Sunday, November 28, 2010

Choctaw Zweibelkuchen - a weekend recipe

Central Oklahoma has many citizens of German extraction, the language still spoken in Oklahoma households where German cuisine is still proudly served. Choctaw, Oklahoma, and the Old Germany Restaurant have hosted an Oklahoma version of Oktoberfest every September for the last twenty years.

Here is a Germanic recipe with a slight Okie modification. P.S. – this recipe originated in German wine country and, yes, grapes are now grown and wine being produced right here in central Oklahoma. Although great with wine, I can personally attest to the fact that this dish is also great with a cold Beck’s. Yes, southern comfort food sometimes has European origins.


• 16 strips bacon

• 4 large yellow onions, chopped

• 2 jalapeno peppers, roasted, deseeded, finely chopped

• 2 eggs plus 1 yolk

• ¾ cups sour cream

• Salt and pepper to taste

• Caraway seeds

• 2 -8 inch pastry shells half baked at 400 degrees


Fry bacon until crisp. Drain, crumble and set aside. Fry onions in oil until soft and yellow. Add beaten eggs, and yolk, chopped jalapeno pepper, sour cream, salt and pepper. Add crumbled bacon. Pour mixture into pie shells and sprinkle with caraway seeds. Bake at 350 degrees for 20 to 30 minutes, or until centers are firm. Enjoy.


Saturday, November 20, 2010

Old Bones

It’s a gray day here in Central Oklahoma, my two kitties, Buster and Buttercup, searching for even a scant patch of sunlight in which to bask. The gloom reminds me of a search I made many years ago that resulted in an eerie discovery.

A chill weekend in November found Gail, my ex, and I deep in a piney forest in southwest Arkansas. A graduate student in geology, my thesis concerned long forgotten mineral deposits in a sparsely populated corner of the universe. Years before the invention of GPS tracking devices, we relied on a very old Brunton compass to navigate through the stark loneliness of the southern Ouachita Mountains.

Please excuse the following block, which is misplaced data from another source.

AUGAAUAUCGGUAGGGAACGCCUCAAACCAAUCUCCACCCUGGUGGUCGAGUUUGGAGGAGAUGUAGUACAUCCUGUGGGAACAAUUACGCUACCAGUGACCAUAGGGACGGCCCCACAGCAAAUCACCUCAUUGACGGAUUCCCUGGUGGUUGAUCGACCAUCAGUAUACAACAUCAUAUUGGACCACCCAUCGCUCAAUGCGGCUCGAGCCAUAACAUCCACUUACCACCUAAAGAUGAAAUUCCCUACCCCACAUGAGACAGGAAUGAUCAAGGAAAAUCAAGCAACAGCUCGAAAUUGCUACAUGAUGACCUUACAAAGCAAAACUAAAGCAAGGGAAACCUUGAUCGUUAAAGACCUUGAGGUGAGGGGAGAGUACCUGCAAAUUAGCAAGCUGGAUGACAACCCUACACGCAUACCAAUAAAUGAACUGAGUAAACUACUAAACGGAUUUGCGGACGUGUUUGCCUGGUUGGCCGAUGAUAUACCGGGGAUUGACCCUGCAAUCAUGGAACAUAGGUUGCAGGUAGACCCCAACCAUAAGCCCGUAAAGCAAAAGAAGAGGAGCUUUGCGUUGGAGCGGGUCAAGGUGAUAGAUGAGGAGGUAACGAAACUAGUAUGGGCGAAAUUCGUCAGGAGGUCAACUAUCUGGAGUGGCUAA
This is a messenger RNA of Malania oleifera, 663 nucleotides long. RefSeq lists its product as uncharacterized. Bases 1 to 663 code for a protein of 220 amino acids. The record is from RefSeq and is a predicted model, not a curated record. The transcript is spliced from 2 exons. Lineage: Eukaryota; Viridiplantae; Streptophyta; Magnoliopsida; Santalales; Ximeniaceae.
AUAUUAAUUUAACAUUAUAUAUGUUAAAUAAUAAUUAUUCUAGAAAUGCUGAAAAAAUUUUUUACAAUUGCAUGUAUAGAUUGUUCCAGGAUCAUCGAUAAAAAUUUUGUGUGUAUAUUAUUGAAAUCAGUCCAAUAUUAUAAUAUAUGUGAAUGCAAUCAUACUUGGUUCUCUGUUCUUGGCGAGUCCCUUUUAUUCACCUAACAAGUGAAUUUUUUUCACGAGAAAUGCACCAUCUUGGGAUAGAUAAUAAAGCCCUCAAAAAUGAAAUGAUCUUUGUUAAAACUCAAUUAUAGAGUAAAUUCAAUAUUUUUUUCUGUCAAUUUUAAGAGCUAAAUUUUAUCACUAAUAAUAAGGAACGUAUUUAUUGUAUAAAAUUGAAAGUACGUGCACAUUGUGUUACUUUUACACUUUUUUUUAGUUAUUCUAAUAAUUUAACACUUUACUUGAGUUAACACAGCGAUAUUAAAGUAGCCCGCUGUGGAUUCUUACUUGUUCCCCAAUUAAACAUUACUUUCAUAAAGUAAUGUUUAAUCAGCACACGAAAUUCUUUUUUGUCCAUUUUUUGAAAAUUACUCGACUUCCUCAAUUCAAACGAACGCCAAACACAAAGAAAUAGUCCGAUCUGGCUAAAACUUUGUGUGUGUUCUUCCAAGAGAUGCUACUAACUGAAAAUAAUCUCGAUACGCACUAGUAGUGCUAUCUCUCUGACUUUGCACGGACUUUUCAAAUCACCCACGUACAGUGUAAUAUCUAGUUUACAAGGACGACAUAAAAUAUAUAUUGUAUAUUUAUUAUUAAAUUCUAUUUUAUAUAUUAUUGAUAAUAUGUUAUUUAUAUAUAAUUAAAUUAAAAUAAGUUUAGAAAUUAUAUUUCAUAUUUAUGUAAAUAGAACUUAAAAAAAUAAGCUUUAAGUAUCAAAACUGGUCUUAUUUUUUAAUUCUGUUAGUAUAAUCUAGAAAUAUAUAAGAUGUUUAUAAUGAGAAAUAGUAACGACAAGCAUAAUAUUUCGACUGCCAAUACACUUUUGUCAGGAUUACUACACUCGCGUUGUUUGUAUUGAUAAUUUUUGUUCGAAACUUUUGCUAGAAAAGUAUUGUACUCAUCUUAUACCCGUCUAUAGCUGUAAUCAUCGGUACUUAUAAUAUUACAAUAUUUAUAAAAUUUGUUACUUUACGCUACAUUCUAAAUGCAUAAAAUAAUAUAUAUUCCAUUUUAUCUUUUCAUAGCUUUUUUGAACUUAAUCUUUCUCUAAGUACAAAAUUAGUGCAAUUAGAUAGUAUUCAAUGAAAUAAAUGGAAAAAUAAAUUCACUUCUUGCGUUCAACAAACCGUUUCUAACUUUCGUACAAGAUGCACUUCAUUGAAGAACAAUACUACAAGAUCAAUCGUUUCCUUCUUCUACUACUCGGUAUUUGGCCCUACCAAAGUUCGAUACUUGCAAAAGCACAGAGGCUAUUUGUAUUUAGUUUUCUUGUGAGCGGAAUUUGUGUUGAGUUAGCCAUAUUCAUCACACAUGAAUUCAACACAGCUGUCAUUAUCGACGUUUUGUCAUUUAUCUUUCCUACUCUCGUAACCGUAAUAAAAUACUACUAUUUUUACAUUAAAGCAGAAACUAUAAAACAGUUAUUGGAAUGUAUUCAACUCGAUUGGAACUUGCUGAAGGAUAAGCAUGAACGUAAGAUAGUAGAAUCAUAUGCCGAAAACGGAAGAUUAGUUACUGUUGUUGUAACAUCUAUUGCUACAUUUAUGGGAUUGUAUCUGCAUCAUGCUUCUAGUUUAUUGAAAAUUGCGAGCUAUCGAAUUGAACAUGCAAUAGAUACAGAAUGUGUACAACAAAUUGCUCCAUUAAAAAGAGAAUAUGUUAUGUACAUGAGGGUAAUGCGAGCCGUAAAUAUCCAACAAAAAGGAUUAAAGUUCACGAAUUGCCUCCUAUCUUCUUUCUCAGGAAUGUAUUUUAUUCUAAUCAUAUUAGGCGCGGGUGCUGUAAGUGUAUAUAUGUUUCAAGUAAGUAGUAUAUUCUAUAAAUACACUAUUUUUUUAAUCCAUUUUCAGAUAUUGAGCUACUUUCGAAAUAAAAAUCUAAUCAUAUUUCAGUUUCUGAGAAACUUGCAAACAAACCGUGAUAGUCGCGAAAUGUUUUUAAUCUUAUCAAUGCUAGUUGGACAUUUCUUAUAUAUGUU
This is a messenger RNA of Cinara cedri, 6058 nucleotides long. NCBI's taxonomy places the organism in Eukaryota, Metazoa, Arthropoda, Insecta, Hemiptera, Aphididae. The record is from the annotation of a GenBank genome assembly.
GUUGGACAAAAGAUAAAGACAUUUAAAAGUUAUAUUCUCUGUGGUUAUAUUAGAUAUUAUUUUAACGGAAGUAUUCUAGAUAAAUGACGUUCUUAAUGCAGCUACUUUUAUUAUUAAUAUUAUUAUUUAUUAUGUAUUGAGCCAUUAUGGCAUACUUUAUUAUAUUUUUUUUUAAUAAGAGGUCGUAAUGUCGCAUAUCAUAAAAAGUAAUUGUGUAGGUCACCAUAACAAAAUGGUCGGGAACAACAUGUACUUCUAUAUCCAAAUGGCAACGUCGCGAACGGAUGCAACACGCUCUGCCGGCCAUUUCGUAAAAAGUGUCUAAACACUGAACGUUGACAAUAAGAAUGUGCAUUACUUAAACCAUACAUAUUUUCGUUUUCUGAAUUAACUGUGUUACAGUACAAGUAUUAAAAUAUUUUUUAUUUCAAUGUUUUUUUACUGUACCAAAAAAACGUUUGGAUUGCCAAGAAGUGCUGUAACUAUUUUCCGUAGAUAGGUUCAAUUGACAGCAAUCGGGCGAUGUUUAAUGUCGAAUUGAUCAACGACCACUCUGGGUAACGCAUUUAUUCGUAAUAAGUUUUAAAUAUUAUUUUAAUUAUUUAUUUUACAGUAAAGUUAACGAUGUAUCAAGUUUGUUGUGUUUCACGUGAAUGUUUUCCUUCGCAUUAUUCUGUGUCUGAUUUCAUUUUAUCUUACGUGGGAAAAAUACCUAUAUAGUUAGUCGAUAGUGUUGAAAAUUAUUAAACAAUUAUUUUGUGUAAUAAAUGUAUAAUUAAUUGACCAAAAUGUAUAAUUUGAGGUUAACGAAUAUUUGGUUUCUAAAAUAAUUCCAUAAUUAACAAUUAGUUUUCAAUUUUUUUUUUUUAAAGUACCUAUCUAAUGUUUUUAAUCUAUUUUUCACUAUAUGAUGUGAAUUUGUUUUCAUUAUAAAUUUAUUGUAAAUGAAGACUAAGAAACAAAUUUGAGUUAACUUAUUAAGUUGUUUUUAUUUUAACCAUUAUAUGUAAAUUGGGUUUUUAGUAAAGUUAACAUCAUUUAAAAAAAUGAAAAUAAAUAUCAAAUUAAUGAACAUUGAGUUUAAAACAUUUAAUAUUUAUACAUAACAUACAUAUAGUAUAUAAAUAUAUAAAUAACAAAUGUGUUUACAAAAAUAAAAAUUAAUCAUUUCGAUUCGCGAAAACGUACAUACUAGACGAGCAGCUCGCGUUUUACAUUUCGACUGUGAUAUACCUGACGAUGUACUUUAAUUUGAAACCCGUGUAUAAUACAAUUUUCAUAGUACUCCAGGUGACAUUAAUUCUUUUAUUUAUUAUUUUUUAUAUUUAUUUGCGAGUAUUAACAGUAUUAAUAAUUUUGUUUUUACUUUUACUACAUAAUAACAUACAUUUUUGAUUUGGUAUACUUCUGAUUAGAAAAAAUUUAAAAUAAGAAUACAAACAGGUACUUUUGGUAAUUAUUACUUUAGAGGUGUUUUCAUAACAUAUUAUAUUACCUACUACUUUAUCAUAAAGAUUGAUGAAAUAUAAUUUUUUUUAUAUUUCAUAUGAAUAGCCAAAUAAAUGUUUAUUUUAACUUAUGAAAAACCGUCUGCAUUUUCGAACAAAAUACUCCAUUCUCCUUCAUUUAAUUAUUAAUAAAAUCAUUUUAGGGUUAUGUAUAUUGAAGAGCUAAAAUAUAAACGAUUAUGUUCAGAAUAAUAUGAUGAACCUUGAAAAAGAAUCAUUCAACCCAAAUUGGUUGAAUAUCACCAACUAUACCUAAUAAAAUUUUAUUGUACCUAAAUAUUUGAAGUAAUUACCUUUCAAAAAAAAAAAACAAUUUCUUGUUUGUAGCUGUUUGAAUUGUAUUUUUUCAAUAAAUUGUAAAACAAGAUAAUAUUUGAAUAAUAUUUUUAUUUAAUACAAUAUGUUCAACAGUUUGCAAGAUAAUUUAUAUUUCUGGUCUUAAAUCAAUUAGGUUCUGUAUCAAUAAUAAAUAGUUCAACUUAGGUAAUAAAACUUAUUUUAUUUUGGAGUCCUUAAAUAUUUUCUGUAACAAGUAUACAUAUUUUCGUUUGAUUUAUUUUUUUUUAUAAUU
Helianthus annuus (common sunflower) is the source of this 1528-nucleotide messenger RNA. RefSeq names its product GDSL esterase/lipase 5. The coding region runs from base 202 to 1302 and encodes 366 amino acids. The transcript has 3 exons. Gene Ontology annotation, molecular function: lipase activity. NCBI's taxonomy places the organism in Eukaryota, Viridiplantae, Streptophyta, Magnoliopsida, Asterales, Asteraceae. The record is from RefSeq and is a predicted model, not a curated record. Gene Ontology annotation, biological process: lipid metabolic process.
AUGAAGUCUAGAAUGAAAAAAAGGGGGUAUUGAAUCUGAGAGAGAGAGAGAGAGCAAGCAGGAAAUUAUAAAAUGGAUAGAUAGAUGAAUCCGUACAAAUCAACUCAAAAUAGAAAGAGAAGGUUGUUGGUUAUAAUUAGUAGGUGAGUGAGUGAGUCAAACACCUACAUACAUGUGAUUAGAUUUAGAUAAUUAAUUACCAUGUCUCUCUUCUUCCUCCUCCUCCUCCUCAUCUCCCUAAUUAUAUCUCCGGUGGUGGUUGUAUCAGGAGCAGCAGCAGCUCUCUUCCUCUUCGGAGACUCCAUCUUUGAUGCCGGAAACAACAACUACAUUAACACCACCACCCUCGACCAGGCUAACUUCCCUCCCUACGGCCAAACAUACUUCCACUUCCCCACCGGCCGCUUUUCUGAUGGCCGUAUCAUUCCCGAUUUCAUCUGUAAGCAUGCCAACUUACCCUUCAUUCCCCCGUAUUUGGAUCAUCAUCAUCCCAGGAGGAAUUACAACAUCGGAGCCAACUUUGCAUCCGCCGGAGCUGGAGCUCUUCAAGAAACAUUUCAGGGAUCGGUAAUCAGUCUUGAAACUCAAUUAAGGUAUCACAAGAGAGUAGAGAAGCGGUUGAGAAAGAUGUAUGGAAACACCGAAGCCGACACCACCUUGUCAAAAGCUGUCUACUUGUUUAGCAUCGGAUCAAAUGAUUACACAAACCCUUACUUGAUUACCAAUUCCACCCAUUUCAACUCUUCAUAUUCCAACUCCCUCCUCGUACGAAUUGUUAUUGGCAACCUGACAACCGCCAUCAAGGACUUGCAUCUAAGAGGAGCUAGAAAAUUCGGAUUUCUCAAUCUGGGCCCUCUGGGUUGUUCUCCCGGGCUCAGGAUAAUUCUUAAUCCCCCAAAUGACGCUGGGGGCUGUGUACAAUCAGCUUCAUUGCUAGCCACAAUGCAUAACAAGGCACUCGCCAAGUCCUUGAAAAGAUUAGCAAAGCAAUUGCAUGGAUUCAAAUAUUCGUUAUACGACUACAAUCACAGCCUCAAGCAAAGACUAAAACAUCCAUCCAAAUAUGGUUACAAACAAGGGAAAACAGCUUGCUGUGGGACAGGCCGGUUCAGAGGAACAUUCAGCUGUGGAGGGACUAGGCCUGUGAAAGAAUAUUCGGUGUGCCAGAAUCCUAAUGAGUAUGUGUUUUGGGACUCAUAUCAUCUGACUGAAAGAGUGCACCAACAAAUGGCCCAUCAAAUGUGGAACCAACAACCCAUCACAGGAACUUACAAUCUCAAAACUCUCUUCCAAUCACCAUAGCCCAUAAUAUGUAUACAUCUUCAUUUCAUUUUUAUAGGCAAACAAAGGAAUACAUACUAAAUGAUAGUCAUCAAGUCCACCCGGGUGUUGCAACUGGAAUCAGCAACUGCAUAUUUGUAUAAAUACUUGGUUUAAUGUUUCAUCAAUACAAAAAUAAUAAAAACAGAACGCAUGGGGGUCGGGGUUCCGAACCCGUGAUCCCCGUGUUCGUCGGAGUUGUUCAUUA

Tall trees, mostly pines, grew everywhere, covering the rolling terrain. While the Ouachitas aren’t high, rapid elevation changes of several hundred feet or more are common. We were moving slowly, picking our way through undergrowth as we traversed an east-west trending ridgeline, looking for an old lead mine hidden deep in the forest.

Prospectors searching for silver in the 1830’s had found lead and antimony instead. Last mined during the Civil War, the Davis Mine used horses and slave labor to mine lead for the Confederacy.

The mine is mostly forgotten and few accounts of its operation remain. Those that do, obliquely refer to abuse, torture and even murder of Union prisoners of war conscripted to work there. Some say ghosts still haunt it. When we crested a ridge and saw the barren pile of disturbed earth that was all that remained of the mine, we could feel their presence.

A scar, roughly a half-acre in size, was all that was left of the old mining operation. Vertical shafts had collapsed, or were filled with standing water. We soon began digging beautiful ore specimens out of the talus pile strewn with old bottles and broken timbers.

It was already past noon when we found the old mine, days short and our time there limited. We took photos and collected specimens, all the while feeling as if there was someone present other than ourselves. Rapt with discovery, I felt as if eyes were on my back. When I turned, I saw only fleeting shadows. The distinct sensation that we were disturbing a place where something terrible had happened was unmistakable. I felt it and so did Gail. When she dug up the remnants of a human skull, I knew we were disturbing a haunted place.

It was almost dark when we exited the forest to our old faded green Ford truck, waiting for us on a muddy dirt road. The portion of the skull we found was weathered from decades of lying at ground level. Not wishing to disturb it further, we buried it, voicing a few words, hoping they would somehow relieve the endless torment of some forgotten Union soldier’s soul.